This doesn’t make sense. It’s one of the most common responses I’ve heard from new readers who chance upon absurd literature.
I don’t want to compare Anushka Jasraj with the doyens of absurdist literature. Nor would I club her with the writers representing marginalized sexualities with nuance. I would let her be the way she allows her characters to, in the extraordinary collection of short stories Principles of Prediction (Context, an imprint of Westland): Uncannily believable species existing either in our or alternate universes.
How I got the book
I have tried to write various beginnings for this book review. False starts, as they say in writing workshops. But I wasn’t writing a novel or a short story; I didn’t need to worry where this is going, right?
A voice in my head said: It’s a review; tell what you’ve read. Ask them to buy this book if you liked it, or ask them to stay away from it. The other one said, inspired by Joan Didion: If you’re not sure about this paragraph, place it in the middle; no one will notice it. Who knows what people do and do not notice, anyway?
But someone did notice my articles, and she wrote to me. That someone is Anushka Jasraj, who DMed me on Twitter saying that she’s convinced that I’m the reader her stories will speak to.
Honestly, I wasn’t even sure if I’d like her work. She just hinted that I might like this collection. I am not quite sure what to make of her reading of me. She followed that up by sending me her book. A thin hardcover; a brilliant cover. Short stories, I thought. One at a time, let’s start with the first one.
Bam! Who is she, like for real!
The stories in this book
The first story in this collection is Drawing Lessons, winner of the Commonwealth Short Story Prize in the Asia-region category. After reading it, I was sure that this collection will be full of psychoanalytical undertones and peppering-favorite-writers-in-story kind of a book. Like her characters, I was also not given what I was expecting. What I got instead was a crazy ride.
The protagonist is attracted to her drawing teacher. She discusses usual things with her sister over the phone, thinks that she and her husband are in two different marriages, and, according to her teacher, feels betrayed by her own body. She mentions Gertrude Stein and Goethe. Psychoanalytical. Almost hallucinogenic.
The other stories include, ‘Westward,’ which was inspired by a travel memoir written by Durgabati Ghose. In ‘Luminous,’ in which a linguist is assessing the impacts of a “new light,” which has “chipped away at our capacity for the sleep phase that permits dreaming.” In the story, when the linguist says to Susan that Prakash always looks “a little bit different each day, as if he was not one person but an army of twins,” Susan refuses to believe her. It seems that the characters in Jasraj’s collection are playing with the reader and sometimes collaborating with them to reach an explanation. If you’re a definitive-singular-ending kind of a short-story reader, then skip this book because it will leave you unsettled.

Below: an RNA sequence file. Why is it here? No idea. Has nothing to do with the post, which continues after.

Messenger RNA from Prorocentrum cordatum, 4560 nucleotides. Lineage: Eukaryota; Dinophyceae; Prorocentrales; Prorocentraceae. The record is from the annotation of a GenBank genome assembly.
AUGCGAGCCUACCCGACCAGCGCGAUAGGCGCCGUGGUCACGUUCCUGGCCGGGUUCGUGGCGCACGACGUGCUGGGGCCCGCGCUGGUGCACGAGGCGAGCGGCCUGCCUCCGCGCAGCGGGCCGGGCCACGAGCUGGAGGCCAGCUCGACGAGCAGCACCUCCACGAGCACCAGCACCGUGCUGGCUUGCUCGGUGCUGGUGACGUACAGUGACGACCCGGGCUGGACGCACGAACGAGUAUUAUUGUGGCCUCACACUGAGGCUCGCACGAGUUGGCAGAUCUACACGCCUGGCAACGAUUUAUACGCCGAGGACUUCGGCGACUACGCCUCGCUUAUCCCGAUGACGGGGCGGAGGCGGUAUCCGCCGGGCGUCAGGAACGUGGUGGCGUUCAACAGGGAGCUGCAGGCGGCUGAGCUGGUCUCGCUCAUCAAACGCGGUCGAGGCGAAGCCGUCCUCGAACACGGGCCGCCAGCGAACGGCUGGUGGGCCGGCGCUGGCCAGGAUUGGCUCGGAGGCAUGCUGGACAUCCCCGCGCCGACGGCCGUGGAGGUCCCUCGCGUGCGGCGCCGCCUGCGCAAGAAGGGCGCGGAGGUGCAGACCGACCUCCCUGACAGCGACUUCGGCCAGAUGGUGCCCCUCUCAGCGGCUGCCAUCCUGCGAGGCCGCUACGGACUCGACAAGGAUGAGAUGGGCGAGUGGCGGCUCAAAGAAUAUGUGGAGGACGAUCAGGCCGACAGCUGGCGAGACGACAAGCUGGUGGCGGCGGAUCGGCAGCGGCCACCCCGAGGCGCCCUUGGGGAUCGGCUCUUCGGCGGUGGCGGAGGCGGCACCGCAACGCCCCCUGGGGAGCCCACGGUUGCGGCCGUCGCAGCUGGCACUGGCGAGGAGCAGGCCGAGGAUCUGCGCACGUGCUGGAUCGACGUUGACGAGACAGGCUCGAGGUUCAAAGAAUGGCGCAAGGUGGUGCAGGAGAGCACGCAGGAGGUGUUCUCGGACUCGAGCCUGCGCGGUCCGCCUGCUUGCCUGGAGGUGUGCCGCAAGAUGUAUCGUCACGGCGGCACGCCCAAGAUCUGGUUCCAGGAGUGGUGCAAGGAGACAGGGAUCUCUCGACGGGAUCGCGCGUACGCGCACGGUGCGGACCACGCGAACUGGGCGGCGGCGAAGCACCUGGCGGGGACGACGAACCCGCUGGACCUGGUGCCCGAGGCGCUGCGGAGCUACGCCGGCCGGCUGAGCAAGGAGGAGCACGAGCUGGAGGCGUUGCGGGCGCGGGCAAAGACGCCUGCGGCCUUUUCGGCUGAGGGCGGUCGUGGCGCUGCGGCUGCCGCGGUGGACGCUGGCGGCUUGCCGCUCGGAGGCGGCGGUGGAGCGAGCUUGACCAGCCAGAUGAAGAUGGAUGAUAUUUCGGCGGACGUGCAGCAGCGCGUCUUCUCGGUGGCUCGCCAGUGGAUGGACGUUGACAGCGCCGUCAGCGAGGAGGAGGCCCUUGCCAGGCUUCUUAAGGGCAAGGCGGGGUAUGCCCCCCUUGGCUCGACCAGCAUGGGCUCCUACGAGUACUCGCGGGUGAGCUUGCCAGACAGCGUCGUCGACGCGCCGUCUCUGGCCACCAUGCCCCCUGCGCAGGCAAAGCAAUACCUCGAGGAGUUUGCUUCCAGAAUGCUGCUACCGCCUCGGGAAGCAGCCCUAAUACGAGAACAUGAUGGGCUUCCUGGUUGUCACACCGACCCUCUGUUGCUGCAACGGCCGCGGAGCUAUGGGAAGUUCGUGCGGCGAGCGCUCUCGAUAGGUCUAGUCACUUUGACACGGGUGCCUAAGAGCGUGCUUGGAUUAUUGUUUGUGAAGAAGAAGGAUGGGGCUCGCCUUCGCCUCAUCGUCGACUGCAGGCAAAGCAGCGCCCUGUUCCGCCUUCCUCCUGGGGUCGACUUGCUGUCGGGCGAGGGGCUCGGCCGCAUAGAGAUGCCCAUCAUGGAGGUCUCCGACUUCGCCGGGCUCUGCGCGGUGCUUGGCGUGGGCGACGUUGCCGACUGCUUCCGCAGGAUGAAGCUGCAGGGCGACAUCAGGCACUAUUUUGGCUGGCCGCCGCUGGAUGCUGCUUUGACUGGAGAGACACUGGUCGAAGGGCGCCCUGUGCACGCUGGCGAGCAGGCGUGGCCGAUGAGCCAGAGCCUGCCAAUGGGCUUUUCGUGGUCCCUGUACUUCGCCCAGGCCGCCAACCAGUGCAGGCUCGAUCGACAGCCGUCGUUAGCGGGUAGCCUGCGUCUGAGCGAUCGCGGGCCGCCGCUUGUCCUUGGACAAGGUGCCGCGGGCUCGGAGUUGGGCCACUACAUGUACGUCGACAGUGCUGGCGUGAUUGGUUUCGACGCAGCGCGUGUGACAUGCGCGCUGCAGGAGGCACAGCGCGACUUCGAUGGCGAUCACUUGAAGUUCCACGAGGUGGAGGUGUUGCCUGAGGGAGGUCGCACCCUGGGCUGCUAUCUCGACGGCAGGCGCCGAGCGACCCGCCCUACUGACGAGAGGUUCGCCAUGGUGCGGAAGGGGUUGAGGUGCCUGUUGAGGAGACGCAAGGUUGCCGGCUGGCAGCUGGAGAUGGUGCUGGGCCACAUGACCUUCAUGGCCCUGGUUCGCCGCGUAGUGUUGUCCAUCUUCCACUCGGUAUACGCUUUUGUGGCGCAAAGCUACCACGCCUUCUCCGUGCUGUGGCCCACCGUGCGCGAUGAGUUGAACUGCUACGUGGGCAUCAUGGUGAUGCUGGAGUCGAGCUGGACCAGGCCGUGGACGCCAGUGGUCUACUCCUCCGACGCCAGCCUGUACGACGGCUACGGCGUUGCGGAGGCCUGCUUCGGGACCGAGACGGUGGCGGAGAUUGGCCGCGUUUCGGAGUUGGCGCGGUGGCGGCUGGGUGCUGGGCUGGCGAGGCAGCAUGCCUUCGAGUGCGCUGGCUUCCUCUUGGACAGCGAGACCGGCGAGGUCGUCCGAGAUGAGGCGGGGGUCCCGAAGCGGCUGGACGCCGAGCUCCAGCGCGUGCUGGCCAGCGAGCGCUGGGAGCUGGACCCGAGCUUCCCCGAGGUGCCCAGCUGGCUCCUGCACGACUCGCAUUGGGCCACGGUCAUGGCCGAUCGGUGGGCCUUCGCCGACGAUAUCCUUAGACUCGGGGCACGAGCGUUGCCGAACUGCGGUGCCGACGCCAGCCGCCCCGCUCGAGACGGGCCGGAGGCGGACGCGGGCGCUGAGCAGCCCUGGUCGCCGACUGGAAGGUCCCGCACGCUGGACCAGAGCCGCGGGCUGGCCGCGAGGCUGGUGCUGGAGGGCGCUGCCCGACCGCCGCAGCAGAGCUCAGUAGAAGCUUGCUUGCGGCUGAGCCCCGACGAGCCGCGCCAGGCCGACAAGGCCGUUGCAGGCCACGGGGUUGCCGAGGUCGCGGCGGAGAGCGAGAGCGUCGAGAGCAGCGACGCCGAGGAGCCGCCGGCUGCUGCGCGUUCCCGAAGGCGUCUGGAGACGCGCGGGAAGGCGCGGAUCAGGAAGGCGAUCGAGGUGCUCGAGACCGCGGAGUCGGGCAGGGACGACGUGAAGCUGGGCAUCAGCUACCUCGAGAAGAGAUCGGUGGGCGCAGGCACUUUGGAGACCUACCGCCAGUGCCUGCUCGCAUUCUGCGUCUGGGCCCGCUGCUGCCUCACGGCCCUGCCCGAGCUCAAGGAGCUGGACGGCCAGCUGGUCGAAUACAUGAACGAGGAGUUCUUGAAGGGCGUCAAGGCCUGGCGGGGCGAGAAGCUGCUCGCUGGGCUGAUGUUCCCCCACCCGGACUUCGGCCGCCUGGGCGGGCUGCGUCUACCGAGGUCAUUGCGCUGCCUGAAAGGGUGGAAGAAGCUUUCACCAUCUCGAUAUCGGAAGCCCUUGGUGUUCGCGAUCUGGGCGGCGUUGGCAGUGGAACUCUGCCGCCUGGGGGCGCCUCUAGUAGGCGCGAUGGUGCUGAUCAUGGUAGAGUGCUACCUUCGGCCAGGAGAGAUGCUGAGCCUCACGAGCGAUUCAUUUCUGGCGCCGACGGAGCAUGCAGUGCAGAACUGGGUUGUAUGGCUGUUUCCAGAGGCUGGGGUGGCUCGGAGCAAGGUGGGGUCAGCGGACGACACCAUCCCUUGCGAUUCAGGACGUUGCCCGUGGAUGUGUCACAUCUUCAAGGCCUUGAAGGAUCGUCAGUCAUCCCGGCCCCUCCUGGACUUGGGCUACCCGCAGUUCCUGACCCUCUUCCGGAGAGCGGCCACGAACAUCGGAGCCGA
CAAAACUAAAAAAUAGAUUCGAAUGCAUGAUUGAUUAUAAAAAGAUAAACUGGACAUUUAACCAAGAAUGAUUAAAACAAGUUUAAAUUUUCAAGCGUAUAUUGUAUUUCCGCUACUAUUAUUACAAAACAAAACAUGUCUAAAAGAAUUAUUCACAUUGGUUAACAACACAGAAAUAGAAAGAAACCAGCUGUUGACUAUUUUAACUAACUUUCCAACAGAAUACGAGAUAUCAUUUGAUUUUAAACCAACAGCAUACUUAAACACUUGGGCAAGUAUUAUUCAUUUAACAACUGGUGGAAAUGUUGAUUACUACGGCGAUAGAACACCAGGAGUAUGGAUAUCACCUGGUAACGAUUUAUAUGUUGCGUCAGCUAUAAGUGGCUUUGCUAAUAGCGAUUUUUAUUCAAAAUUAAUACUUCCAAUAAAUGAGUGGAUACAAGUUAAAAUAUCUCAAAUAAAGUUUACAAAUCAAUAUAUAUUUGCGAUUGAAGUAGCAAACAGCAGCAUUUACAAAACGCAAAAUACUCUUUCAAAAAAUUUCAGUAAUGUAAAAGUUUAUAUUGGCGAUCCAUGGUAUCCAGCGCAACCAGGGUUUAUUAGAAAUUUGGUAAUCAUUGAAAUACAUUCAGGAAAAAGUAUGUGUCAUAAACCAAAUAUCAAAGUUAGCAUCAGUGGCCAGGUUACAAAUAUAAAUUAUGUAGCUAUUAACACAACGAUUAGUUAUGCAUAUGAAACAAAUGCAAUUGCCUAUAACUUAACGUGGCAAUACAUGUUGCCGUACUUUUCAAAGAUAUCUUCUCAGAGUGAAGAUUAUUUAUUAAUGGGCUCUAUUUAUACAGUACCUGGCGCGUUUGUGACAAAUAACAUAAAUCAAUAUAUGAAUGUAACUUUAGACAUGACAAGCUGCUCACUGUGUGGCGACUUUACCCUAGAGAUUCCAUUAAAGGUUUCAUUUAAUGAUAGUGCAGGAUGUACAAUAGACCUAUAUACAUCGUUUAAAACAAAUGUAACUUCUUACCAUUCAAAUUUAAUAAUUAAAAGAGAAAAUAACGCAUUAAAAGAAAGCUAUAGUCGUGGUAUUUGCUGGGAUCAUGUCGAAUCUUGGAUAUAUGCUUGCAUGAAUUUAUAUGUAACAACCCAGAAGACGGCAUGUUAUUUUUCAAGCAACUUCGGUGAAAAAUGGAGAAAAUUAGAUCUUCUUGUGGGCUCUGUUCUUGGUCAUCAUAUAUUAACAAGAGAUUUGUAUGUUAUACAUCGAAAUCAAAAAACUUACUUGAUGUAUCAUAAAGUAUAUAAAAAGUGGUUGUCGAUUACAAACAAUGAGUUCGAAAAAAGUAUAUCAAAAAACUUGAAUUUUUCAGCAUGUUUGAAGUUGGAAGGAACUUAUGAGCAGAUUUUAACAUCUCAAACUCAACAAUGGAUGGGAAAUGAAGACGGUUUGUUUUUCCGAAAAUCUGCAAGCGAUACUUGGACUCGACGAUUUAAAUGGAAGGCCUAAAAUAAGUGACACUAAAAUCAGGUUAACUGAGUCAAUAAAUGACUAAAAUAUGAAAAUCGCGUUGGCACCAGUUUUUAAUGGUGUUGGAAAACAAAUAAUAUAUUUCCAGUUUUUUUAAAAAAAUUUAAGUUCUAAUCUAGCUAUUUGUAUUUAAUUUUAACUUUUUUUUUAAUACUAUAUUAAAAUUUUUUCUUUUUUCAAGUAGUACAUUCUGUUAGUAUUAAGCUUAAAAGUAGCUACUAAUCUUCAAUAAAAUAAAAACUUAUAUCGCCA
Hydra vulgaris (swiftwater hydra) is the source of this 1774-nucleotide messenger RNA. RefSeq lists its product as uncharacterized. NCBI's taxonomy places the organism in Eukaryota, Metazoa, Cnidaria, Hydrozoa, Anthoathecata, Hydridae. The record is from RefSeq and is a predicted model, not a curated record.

In the titular story, the daughter feels that her mother is “disorganized enough to return as a hurricane.” In ‘Circus’, the woman wants to live her life with a trans-person. For me, ‘Elephant Maximus’ seemed like an ode to The Little Prince. Jasraj writes: “There exists an unbridgeable abyss between the language of children and the language adults believe them to be speaking.” And in yet another Asia-region winner of the Commonwealth Short Story Prize, ‘Radio Story,’ a daughter is left perplexed with the note she finds jammed in her father’s typewriter; it makes her reconsider her parents’ relationship.
‘Simple, Please’ presents an uncanny love, where the lover asks his girlfriend if she knows “what it’s like to be suffocated to death.” It makes me rethink all those times where I’ve been with people whom I think I’d never be with, if I were in a ‘sane’ mindset. But who knows what drives one person toward the other? This pull, which so many poets and authors have tried to articulate, and yet it seems incomprehensible. But as Professor Rao in the story ‘Entomology’ says “complicated questions can have the simplest answers.”
Letting the narrative decide it
I wonder what this review would be like had I reviewed it the way I review other books: It’s an assorted collection of stories deeply rooted in human conditioning, plays with the heart of the reader as it often renders them looking for a perfect ending, finds meaning in the bizarre, and places the most indecipherable of dreams and motivations at the forefront.
I could have also written that the parts where the writer is playing with the fluidity of its characters’ sexuality, the ambiguity in what they want, and the sheer audacity to change the levers of the story, sometimes even costing the reader its patience, make it ring true with me.
But I wanted to avoid these abstractions, and wanted to say it out loud, right from the bat: It might not be the book you’re looking for, but you’re in for a literary treat; want to read something that challenges you, this is the book you need!
I was overjoyed when I found Jasraj attesting to my observation. In an interview with Helter Skelter, she says: “I love stories where things don’t work out, characters don’t get what they wanted or what they expected, but we see an internal change.” She also mentions not knowing whether Zena or Sita — characters in her short stories ‘Entomology’ and ‘Circus’ respectively — “identify as ‘not straight’ and I don’t define a character’s orientation unless the narrative calls for it. People who are strict about heteronormative standards are probably afraid of their own capacity for being a little bit queer. I guess you could say the lack of those labels is important to me.”